- 21 May 2020
- Andre Fodor
- Flight Departments
To ensure customers are not let down it is advisable to have back-up options available, including the use of other operators to help you out, as Andre Fodor explores...
When does supplemental lift prove most valuable, and what option is best to meet your flight department's needs? Andre Fodor discusses...
One of the most interesting corporate aviation missions I was part of happened while I was a United Nations pilot stationed in Africa. A peace agreement was to be signed following months of negotiations. The multi-part agreement involved warring factions, neighboring nations and some unofficial militias.
Due to the complexity of the agreement and the historical distrust between the factions, a very strict and specific sequence of events entailed the signing of this pact at each seat of government. Adding to the challenge, because of an obscure international law the U.N. determined that everyone had to sign the document within a twelve-hour period.
This made our role of airlift critical to the success of the endeavor, and to the future peace of the region. In recognition of the importance of the task, we placed backup aircraft and crew at critical locations to assure continuity should an aircraft or crew fail.
That contingency plan paid-off after the primary aircraft suffered an engine malfunction due to foreign object ingestion. The back-up aircraft completed its mission and the deal was signed in the required time-period.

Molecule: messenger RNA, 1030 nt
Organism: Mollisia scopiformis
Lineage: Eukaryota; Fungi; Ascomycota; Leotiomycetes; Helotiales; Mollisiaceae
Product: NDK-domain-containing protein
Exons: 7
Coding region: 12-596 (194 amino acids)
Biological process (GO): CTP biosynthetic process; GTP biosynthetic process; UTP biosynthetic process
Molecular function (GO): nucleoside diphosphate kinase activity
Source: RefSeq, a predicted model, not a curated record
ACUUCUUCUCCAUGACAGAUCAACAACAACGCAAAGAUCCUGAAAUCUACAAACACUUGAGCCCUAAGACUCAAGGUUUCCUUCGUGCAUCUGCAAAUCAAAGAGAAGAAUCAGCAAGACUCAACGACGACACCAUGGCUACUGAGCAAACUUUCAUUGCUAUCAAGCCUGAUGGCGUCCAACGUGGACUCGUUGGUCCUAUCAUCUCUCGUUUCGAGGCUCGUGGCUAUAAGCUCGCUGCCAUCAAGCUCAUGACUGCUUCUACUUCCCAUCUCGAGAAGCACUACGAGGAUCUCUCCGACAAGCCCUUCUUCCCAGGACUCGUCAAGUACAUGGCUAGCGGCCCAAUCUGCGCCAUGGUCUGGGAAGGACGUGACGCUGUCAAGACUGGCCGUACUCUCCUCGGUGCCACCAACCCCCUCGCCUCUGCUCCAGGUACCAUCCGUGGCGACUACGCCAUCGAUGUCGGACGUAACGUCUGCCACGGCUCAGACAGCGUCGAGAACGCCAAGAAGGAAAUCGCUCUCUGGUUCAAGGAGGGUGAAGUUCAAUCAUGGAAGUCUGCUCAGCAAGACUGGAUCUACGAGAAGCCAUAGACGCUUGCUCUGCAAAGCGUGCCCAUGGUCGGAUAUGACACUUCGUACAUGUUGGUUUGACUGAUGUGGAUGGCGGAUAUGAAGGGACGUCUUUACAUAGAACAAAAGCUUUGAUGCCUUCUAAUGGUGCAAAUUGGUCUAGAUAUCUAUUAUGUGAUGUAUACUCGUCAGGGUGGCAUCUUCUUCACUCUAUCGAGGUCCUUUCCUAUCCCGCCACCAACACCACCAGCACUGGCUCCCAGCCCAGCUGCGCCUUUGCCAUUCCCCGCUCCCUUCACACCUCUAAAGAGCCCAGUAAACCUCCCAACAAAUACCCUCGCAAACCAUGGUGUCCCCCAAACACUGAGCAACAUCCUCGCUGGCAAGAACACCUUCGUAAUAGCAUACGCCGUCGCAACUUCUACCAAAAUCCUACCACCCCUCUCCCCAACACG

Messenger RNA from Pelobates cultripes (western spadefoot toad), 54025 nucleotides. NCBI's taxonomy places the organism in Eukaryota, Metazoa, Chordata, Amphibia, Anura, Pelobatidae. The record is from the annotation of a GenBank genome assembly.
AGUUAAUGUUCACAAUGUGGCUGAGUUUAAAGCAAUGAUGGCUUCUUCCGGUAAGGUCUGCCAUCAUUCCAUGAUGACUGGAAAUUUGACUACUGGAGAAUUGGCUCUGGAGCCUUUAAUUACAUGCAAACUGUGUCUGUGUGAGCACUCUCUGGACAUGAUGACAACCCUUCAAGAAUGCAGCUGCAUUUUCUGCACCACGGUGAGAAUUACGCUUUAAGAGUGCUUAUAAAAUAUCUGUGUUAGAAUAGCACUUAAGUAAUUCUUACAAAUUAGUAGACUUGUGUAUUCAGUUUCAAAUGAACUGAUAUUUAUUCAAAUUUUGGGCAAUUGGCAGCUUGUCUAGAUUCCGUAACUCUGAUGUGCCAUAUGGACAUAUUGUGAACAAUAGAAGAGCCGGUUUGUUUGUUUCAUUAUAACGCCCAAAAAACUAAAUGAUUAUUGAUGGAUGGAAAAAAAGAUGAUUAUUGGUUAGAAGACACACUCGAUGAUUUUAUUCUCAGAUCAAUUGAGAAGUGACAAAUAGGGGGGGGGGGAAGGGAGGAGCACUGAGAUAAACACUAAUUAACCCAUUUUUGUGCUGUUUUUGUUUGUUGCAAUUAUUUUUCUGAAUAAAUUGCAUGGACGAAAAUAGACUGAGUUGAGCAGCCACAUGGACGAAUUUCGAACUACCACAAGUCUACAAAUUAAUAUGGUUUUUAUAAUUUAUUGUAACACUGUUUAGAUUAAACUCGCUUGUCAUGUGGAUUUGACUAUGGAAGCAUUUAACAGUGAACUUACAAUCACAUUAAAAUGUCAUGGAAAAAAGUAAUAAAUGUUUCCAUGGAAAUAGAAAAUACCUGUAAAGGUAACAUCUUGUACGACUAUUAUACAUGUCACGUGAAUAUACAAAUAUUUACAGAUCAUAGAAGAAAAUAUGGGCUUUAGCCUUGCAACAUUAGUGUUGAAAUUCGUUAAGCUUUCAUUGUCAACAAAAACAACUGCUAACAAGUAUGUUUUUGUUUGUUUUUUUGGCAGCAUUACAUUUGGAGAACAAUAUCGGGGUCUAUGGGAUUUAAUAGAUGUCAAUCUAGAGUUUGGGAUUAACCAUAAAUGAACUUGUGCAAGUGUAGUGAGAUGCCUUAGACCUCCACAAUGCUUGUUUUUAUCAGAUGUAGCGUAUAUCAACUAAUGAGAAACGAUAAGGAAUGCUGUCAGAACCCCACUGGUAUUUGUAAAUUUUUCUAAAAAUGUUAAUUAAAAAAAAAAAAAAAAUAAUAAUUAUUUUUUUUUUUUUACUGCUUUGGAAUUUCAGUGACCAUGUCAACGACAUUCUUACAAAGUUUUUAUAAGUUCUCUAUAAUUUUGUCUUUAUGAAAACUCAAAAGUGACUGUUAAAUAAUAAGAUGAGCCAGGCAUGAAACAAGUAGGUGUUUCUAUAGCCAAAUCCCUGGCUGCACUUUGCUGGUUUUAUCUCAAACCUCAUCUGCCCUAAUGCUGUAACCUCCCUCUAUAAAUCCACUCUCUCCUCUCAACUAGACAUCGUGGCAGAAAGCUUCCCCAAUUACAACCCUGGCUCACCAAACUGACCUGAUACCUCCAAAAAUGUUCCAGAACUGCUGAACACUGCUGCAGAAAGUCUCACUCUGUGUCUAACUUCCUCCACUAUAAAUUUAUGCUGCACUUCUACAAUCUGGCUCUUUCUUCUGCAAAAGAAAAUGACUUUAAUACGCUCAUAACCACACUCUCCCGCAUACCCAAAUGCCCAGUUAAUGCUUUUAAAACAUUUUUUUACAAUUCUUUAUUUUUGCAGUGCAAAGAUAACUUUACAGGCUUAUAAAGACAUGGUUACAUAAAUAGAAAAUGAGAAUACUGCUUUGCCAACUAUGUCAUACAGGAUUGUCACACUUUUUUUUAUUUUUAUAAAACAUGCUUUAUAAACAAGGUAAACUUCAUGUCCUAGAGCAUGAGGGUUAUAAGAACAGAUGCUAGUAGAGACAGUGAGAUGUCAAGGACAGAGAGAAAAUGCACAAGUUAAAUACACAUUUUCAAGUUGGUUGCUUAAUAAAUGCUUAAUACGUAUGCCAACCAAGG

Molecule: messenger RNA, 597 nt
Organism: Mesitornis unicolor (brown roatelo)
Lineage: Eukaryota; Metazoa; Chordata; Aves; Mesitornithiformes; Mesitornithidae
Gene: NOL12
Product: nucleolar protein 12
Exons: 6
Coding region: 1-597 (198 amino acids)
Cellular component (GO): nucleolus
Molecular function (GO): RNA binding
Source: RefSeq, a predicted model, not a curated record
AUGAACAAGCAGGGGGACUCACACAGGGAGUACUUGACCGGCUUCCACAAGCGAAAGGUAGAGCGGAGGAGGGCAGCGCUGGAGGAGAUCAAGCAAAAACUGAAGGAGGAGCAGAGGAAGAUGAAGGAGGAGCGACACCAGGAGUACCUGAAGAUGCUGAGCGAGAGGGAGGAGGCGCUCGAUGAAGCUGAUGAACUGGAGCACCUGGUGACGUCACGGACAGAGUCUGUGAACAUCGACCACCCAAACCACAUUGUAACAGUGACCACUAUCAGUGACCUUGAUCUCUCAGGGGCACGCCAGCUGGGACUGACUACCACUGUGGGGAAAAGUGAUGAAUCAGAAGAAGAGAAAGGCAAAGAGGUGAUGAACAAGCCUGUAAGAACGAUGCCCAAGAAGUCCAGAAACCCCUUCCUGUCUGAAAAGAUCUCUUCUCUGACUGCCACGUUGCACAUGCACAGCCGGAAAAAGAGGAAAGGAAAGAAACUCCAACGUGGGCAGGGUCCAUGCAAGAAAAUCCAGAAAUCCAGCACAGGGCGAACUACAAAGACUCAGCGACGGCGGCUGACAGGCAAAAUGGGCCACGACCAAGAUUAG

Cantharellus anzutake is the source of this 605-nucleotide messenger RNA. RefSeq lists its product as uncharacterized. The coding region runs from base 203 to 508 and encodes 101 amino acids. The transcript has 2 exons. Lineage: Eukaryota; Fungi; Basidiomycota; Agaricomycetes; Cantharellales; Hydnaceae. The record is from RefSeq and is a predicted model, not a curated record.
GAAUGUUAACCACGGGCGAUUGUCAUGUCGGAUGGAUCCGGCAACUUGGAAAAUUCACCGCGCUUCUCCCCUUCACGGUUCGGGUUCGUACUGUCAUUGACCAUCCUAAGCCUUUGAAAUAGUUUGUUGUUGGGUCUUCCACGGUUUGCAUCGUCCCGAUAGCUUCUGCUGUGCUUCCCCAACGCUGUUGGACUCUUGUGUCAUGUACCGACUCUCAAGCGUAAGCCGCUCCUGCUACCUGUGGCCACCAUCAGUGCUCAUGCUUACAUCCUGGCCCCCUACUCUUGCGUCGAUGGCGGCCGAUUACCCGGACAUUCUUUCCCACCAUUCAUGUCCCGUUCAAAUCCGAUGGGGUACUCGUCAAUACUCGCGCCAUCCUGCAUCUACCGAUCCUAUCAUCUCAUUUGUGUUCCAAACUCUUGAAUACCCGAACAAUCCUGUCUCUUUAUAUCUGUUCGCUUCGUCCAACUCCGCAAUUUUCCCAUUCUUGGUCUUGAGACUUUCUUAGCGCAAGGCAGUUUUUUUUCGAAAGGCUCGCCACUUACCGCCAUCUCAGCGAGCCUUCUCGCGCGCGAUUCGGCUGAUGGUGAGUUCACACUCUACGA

Years later, working as a demonstration pilot for a major aircraft OEM, I would often be asked about aircraft reliability by prospective buyers. It was important to educate the buyer that the expectation of having 100% dispatch availability will only ever be possible with purchase of the right aircraft for the mission, plus a form of supplemental lift in place.
I would explain that even without any unscheduled maintenance issues, aircraft undergo inspections and scheduled maintenance that eats into their availability.
That is especially so when aircraft age and inspections take longer to complete. A wise flight department will anticipate these interruptions and have a ready solution lined-up.
Building the Case for Supplemental Lift
While it can be awkward to discuss supplemental lift with the company principal, most chief pilots that I know also oppose having somebody else do their flying. They fear that it could lead to their aircraft being sold and jobs lost. In my experience, this fear is mostly unfounded if the flight department is committed to excellence.
The reality is that companies wholly-own aircraft because they want full ownership and control of their schedule. Whole ownership comes with the expectation of unequaled service, however. When focused on excellence, a flight department should have little to fear when supplemental lift is needed to fill in sometimes.
Moreover, successful people react well to tangible data. Preparing a planogram depicting how scheduled maintenance and unexpected AOG may impact aircraft availability will help clarify the case for supplemental lift.
And if the aircraft is being used as a critical business tool, your company’s strategy team should provide data helping quantify the need.
Of course, there can be other reasons for supplemental airlift, too (such as when corporate guidelines do not allow the company’s leadership team to fly together).